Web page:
Antibiotics Update.

Kate is into her aforementioned script a few days. Don’t ask me how many; I’ve already lost count.

We’ve forgotten a few doses. All but the first have required two people: one holding her down and the other forcing medicine down her throat. This method has a roughly 50% success rate at getting more than 75% of the dose down. Never is the dose complete. She always manages to spit, push, or drool some of it out. I have become expert at removing pink stains.

This is exactly why I swore off antibiotics when Will was her age. I can’t imagine that my experience is a-typical. I’m a good parent. I’m pretty on-top of things. And I’m savvy enough to try lots of angles at medicine-giving. Maybe the ability to give a child resisting medicine is a skill… but WHERE would any parent learn it, except with their child?

I know so many parents whose kids don’t even take Amoxicillin anymore because it does nothing for the child. Is this because all of these kids have been given it like Kate… in partial doses with occasional misses? Giving the drug the perfect opportunity to be rendered useless and creating a stronger, more efficient and persistent bacteria in the process?? Even if a parent can give a med now… could they during the first couple of times the antibiotic was prescribed? Bacteria doesn’t even cause ear infection pain… so why be in such a hurry to use a drug to get rid of something that is going to go away on it’s own in less than a day later?? I need to understand these details. I really, really, really need to get a better picture of this, because I grow more frustrated at myself everytime I have to hold my screaming child down and hold her nose to force her to swallow something I not only doubt she needs, but strongly feel will threaten her health later. (Not to mention undermine the health of world, but that’s another issue… it’s not like I’m not trying to be dramatic or anything.)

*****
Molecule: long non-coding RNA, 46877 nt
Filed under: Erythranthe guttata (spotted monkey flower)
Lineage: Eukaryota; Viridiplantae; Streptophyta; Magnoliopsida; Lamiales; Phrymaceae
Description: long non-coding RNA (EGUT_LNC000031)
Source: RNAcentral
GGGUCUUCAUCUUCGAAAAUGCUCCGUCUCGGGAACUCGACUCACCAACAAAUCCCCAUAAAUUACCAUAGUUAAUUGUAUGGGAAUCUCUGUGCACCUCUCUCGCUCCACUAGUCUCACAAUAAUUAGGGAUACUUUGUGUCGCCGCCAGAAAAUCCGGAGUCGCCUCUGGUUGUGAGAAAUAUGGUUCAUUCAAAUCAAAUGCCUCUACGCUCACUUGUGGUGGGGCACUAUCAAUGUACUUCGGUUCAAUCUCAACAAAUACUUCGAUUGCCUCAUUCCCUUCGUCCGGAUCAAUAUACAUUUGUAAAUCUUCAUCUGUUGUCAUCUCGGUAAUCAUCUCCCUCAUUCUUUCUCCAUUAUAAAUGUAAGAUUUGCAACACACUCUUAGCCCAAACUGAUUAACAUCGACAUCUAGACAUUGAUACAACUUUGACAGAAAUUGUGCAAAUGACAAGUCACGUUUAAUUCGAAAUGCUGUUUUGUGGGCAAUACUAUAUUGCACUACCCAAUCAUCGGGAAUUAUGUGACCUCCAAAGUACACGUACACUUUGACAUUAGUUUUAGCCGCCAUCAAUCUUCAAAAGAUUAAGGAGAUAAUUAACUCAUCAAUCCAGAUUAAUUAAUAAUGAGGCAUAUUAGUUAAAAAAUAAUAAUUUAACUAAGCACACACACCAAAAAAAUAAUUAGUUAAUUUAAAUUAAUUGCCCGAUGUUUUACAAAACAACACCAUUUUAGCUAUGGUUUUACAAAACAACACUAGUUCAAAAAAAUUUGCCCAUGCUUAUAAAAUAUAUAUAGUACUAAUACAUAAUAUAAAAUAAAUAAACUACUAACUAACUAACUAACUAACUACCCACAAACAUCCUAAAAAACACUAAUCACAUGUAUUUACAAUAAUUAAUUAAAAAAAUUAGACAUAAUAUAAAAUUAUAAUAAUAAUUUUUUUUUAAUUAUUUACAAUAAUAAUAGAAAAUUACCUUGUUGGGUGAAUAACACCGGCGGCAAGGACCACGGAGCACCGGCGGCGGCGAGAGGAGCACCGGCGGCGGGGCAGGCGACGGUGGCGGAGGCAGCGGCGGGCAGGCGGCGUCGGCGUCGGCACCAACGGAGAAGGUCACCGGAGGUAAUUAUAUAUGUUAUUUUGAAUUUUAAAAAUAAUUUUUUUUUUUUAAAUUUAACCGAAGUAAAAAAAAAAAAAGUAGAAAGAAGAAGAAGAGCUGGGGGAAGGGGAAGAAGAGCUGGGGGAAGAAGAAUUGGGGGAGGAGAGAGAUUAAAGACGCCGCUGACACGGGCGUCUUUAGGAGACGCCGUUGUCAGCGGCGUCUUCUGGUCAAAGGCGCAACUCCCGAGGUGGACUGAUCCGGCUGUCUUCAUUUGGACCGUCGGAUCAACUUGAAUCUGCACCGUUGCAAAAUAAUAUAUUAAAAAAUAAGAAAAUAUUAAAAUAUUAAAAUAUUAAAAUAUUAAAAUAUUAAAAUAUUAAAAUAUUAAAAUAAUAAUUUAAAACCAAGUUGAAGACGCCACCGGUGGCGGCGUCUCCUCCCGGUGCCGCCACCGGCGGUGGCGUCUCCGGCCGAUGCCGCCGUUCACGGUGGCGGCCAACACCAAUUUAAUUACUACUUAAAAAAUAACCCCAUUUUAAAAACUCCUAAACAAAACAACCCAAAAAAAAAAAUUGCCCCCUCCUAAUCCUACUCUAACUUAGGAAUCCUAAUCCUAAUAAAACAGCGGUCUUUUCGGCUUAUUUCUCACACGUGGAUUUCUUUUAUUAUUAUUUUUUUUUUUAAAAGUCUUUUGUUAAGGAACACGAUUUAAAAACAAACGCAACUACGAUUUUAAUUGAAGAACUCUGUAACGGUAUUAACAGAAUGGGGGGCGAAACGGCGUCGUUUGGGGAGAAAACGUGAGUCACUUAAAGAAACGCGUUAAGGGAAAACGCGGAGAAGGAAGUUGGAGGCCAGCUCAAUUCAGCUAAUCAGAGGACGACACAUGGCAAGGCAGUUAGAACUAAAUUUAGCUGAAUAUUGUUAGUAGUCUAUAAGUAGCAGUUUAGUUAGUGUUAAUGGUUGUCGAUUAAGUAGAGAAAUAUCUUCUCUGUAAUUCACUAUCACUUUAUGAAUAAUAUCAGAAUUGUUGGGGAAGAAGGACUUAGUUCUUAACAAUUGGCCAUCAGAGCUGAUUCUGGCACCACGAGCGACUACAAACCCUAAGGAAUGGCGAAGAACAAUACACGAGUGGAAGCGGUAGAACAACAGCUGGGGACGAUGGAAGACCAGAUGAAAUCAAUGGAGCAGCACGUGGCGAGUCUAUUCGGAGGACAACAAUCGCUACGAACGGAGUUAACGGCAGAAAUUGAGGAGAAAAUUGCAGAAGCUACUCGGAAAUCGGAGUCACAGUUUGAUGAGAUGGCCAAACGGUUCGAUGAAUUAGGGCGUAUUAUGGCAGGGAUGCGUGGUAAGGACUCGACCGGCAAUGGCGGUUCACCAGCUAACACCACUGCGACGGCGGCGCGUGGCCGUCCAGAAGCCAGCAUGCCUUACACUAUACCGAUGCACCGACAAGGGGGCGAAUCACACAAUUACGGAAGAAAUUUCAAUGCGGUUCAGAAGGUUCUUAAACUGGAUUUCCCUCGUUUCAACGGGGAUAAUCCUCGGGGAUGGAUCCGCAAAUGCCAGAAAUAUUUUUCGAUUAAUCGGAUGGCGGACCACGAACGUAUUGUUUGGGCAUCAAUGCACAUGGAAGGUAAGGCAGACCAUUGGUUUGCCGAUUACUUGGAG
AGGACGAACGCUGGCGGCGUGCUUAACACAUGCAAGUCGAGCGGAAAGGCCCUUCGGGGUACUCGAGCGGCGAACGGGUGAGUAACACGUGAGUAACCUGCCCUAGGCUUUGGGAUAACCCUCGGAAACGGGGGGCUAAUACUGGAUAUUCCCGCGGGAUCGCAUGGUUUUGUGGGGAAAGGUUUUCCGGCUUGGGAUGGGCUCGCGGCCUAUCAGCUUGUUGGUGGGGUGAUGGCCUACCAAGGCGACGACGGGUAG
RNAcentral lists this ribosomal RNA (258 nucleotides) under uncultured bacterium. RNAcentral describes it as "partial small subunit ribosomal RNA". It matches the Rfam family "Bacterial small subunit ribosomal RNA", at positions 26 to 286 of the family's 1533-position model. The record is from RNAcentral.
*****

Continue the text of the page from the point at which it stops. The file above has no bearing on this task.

I can remember working with physicians in a nutritional outreach program in India, trying to figure out why they were reporting no success. It took about 4 seconds to figure it out. I asked folks (the actual people in the community, not the physicians) how they used their vitamins. They don’t. They throw them out. Tonics were the name of the game there… everyone wants a tonic. It’s the vogue treatment of choice, not unlike the power of pills here. Give out whatever you want, but if it’s not fully understood and appreciated… no one is going to follow the plan. One physician got it and changed the way he approached the use of the pills, explaining in more detail what they were and how they worked — and offering suggestions for ways to crush up and create tonics with the medicine. I think that the experience highlights how people tend to seek something specific from physicians, the same way we might “shop” for a particular item, and throw out whatever is not part of our expectations. So, maybe if we go to a physician seeking a prescription and don’t get one, that we feel it’s not worth the cost of admission. Perhaps telling the parent of a child with an ear infection to just treat with Tylenol and hot compresses would seem like a step back in medicine after so many years of antibiotic treatment. Even though the previous practice was inappropriate and we know that now, providing LESS medicine at an appointment strikes the patient as poor medicine, so physicians comply with what patients want simply to keep them coming in. It is a business, after all.

I question the efficacy of this drug and its current use on my child and I’m ticked off that I didn’t pursue the issue further. I’m not trying to challenge the doctor — I am not a physician and respect that specialized knowledge — but I have the capacity to understand the rationale for the treatment choice. And ultimately, that’s all I want to know. What is the rationale and does it make sense? Is it based on evidence-based care, or a social expectation? If I can’t make this kind of a stand, then how can good medicine ever be fully evaluated by patients?

Meanwhile, would it be better off to just stop the drug completely? Is it worse to stop midway through a poorly administered dosing schedule, or continue on with missed and partial doses until the 10 days are up? Either way, it’s not good… but which is more harmful?